Downtown developments soon will come under extra scrutiny, once new design guidelines are approved in the spring.
Known as Urban Design Indianapolis, the process of developing the criteria fell on the shoulders of several groups: the Department of Metropolitan Development, Historic Landmarks Foundation of Indiana, Ball State University's architectural school and the Urban Design Oversight Committee.
The intent is not to mandate to developers that their buildings meet certain design standards, but rather that the cosmetics coalesce with the existing surroundings.
Zoning and building codes are probably enough to prohibit someone from erecting a vinyl-sided condominium next to a historic landmark. Yet the guidelines will provide an additional hoop developers must jump through, just in case.
"There have been some great developments, and some projects that were less than great," said John Watson, chairman of the Historic Landmarks Foundation and former partner of Van Rooy Properties Corp. "The premise was, let's keep the bar as high as we can to protect the investment everybody has made."
After spending nearly three years compiling 100 pages of recommendations, planners will release the draft for a sixweek public-comment period beginning Feb. 19. The Indianapolis Metropolitan Development Commission most likely would approve the guidelines in April, followed by final consent from the City-County Council.
The guidelines sprang from 2004's Regional Center Plan 2020, a blueprint used to guide downtown development. The priorities include quality downtown housing, public transportation, and cultural and sporting opportunities. City leaders expect the downtown population to double to about 40,000 by 2020.
That plan prompted Reid Williamson, former president of the Historic Landmarks Foundation of Indiana, to organize the current effort to preserve the downtown character.
City-designated historic districts already receive protection from the Indianapolis Historic Preservation Commission, a nine-member panel appointed to preserve the fabric of the areas.
While downtown has pockets of historic significance, much remains unprotected. Combine that with the enormous amount of downtown development, and the wide range of urban environments, and building expectations can become confusing. The guidelines are meant to make clear any gray areas within city codes.
"For those who have not had an experience working downtown, this is a step-by-step procedure that allows them to plan in advance and understand things," said Cornelius "Lee" Alig, chairman of local developer Mansur Real Estate Services.
Guidelines differ among various downtown sectors such as residential, industrial, office and campus, for instance. But the standards cover a wide swath of downtown. The scope spans from Interstate 65 to the east, Interstate 70 to the south, areas past White River to the west and 16th Street to the north, with the exception of the Meridian Street corridor extending to 30th Street.
Obvious to obscure
The recommendations range from the obvious-new development in a historic district shall be compatible with the neighborhood-to the obscure-only deciduous trees are permitted to be planted on public sidewalks.
A few more examples direct hotels on Meridian, Market and Pennsylvania streets, or Capitol Avenue, to construct covered drop-off areas on side streets; and new residential construction containing more than 10 units to provide 40 square feet of outdoor space per unit. The requirement can be waived, however, if a public park is within 250 feet.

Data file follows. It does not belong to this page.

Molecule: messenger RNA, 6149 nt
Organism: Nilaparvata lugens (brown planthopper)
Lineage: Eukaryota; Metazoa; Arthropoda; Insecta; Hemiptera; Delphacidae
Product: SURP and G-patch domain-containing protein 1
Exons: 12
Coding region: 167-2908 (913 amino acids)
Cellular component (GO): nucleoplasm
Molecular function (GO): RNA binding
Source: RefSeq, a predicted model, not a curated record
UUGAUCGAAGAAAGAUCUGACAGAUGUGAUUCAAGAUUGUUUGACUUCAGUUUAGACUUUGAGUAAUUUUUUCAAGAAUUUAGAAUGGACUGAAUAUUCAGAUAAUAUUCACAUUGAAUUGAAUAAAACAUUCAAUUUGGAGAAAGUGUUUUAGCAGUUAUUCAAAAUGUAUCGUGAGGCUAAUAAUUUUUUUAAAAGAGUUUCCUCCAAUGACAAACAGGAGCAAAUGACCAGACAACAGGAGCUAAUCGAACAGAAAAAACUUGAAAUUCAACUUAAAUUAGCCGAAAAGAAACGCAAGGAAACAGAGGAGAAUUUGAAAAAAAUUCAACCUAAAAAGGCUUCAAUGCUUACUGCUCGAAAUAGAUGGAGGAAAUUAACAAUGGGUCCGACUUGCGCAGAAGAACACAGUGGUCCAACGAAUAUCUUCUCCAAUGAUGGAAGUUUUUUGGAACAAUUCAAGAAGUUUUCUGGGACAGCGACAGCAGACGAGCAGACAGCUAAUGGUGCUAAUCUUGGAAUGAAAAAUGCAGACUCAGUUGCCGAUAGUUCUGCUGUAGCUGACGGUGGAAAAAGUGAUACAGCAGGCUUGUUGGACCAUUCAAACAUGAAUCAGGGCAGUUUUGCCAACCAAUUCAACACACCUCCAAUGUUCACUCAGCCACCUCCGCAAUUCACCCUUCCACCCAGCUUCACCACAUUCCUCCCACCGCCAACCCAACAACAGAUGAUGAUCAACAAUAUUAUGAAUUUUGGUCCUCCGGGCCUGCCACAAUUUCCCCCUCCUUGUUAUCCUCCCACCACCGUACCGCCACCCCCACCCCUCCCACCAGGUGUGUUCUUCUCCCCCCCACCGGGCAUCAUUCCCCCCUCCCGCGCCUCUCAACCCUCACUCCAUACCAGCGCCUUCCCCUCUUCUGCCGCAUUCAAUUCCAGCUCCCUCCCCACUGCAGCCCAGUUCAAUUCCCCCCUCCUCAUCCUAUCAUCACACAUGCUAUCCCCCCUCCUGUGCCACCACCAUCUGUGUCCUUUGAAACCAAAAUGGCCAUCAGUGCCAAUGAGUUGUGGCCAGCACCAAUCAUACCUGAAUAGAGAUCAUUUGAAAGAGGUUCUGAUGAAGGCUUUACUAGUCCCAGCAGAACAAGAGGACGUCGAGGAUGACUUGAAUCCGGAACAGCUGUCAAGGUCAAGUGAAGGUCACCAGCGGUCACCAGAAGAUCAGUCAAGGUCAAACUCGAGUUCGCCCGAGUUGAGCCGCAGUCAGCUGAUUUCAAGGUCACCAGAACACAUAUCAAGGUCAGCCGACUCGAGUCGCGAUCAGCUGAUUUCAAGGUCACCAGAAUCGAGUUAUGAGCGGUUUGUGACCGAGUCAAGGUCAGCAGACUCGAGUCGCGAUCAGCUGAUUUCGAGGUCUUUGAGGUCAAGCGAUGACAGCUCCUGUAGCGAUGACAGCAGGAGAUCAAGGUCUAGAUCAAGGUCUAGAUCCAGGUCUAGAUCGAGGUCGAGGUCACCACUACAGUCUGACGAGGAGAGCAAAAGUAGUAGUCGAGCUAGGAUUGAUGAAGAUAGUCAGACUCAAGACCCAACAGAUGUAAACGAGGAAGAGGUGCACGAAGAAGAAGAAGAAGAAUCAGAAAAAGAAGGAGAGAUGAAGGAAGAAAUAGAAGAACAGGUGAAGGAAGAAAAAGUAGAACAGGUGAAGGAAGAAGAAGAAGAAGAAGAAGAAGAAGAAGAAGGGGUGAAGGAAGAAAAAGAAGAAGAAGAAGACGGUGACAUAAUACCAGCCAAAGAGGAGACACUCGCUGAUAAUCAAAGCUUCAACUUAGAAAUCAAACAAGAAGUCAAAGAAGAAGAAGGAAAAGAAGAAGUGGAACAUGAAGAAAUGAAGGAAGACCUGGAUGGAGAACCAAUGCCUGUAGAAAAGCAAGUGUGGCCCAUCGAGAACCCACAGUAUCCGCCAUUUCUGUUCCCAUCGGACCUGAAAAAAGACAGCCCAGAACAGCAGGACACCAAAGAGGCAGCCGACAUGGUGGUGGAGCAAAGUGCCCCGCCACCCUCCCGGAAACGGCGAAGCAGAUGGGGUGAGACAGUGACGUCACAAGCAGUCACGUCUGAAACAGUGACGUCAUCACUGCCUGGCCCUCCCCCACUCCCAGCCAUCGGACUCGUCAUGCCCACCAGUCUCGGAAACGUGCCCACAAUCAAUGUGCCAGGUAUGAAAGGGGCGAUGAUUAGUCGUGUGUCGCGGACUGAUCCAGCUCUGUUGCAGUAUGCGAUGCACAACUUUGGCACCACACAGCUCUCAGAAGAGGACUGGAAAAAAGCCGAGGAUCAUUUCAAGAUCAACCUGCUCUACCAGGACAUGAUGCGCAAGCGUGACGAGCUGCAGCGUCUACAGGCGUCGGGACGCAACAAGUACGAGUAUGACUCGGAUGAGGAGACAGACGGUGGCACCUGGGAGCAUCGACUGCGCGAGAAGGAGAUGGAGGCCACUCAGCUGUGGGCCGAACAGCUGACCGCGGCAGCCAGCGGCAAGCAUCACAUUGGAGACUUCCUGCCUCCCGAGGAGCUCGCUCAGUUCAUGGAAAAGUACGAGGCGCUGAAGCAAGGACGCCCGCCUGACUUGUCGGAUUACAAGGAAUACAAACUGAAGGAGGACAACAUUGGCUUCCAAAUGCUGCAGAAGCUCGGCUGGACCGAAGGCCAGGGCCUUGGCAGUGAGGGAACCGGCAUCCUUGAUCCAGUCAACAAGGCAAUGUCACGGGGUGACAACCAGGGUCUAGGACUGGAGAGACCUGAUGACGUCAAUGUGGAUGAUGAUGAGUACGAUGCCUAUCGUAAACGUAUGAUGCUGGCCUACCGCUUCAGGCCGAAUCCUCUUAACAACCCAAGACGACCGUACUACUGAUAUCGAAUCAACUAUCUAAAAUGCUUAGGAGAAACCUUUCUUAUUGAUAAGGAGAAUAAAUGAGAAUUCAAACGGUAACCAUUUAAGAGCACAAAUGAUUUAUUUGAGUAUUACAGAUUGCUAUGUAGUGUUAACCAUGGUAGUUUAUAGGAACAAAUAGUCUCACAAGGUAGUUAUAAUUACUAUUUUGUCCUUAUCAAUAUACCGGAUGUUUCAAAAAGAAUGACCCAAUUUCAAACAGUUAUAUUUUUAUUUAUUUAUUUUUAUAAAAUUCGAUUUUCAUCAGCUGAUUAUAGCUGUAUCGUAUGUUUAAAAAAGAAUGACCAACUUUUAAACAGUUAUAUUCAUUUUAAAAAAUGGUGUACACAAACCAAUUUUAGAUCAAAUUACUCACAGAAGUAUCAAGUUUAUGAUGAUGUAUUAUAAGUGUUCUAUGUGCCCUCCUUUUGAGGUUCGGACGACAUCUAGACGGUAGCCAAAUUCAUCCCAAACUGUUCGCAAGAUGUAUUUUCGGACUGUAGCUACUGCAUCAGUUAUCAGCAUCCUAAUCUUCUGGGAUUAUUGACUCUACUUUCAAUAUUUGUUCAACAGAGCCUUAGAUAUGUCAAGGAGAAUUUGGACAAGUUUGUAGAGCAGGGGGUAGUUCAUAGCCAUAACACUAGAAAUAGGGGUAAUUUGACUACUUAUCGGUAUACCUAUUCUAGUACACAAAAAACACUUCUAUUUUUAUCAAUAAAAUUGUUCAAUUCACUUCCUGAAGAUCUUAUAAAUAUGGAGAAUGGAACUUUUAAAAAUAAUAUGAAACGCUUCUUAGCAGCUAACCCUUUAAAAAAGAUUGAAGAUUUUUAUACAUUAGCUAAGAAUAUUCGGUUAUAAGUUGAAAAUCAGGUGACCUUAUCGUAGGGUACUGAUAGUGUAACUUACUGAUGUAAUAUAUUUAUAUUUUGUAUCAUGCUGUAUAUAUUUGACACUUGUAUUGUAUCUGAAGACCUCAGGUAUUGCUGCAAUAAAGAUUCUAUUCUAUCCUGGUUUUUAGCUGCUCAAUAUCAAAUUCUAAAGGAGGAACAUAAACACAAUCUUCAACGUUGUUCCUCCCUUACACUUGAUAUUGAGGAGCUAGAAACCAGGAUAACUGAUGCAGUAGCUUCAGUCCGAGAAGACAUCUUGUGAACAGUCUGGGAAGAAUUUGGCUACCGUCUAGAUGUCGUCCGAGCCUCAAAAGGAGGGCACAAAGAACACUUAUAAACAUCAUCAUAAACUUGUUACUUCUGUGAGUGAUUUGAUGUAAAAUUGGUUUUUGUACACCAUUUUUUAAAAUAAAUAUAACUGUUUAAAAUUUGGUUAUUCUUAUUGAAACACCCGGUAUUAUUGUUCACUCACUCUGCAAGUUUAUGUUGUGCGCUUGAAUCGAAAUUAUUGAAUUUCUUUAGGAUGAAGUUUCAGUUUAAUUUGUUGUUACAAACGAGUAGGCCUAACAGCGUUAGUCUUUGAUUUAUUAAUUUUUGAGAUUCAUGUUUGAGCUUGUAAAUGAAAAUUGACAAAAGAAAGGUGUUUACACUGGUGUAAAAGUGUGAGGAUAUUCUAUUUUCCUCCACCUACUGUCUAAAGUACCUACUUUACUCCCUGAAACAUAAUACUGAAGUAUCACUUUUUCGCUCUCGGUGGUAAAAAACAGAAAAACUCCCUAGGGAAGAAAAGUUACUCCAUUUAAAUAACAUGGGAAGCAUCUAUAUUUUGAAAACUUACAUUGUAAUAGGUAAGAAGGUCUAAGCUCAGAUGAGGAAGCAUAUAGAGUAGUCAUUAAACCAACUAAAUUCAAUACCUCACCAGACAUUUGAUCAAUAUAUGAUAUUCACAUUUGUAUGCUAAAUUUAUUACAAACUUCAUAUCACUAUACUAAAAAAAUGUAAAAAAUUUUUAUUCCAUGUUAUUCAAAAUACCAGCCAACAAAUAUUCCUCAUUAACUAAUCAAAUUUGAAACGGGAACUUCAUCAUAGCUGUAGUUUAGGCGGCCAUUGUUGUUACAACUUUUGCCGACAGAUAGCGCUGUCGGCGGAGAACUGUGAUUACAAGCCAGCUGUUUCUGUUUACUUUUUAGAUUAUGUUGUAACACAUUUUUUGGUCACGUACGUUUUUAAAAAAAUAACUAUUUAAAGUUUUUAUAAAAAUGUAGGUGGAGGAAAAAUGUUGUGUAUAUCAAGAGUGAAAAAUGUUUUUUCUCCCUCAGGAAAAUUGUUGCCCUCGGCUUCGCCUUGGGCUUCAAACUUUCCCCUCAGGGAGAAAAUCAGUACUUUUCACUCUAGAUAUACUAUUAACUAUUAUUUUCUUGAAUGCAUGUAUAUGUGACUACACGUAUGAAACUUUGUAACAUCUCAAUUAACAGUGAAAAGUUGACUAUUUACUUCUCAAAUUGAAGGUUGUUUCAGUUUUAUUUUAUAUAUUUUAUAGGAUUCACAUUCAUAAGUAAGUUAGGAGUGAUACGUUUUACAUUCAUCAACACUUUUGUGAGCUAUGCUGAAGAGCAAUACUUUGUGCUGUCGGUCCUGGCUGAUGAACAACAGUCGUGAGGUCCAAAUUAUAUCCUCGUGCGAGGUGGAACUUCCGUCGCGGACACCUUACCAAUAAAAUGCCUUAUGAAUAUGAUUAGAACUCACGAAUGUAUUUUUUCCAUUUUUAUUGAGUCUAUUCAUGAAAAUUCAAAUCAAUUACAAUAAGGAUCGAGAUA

The Department of Metropolitan Development thinks the rules will help developers better navigate the approval process, city spokeswoman Anne Coffey said.
Sallie Rowland, co-chairwoman of the Urban Design Oversight Committee and retired interior designer, concurred.
"There's so much going on that you'd like to be sure that you're ahead of the situation and provide the guidance to make it better," she said. "What might be appropriate in one place isn't in another."
Indeed, in cases where residential or campus development borders industrial sites, railroads or interstates, the construction of buffers-berms, evergreens or walls-are necessary, the guidelines say.
As a developer, Alig said he is unaware of opposition from the development community, but expects some displeasure to follow.
"Obviously, there will be some people who won't appreciate the process, but at the end of the day, everyone benefits," he said. "It's a nice problem to have, if people want to develop downtown."
The opening of Circle Centre mall in 1995 fueled downtown's revival. Before it opened, downtown streets were mostly empty at night and on weekends. The success of the mall spurred an explosion of restaurant development on surrounding streets and also created momentum to develop White River State Park and expand the city's convention business.
New residential projects under way downtown total 1,743 homes and apartments worth more than $365 million, not including IUPUI's new housing for 800 students, according to Indianapolis Downtown Inc.
The owners of many of those developments now will have the added security of knowing their investment will be protected.
"Somebody is not going to be able to put a project next to you that will lower the property value," Watson said. "Rather than being adversarial to developers, I think it's rather helpful."
While other large cities have similar guidelines, Alig thinks Indianapolis' stack up favorably and could be used as a model for those who don't have existing checks and balances.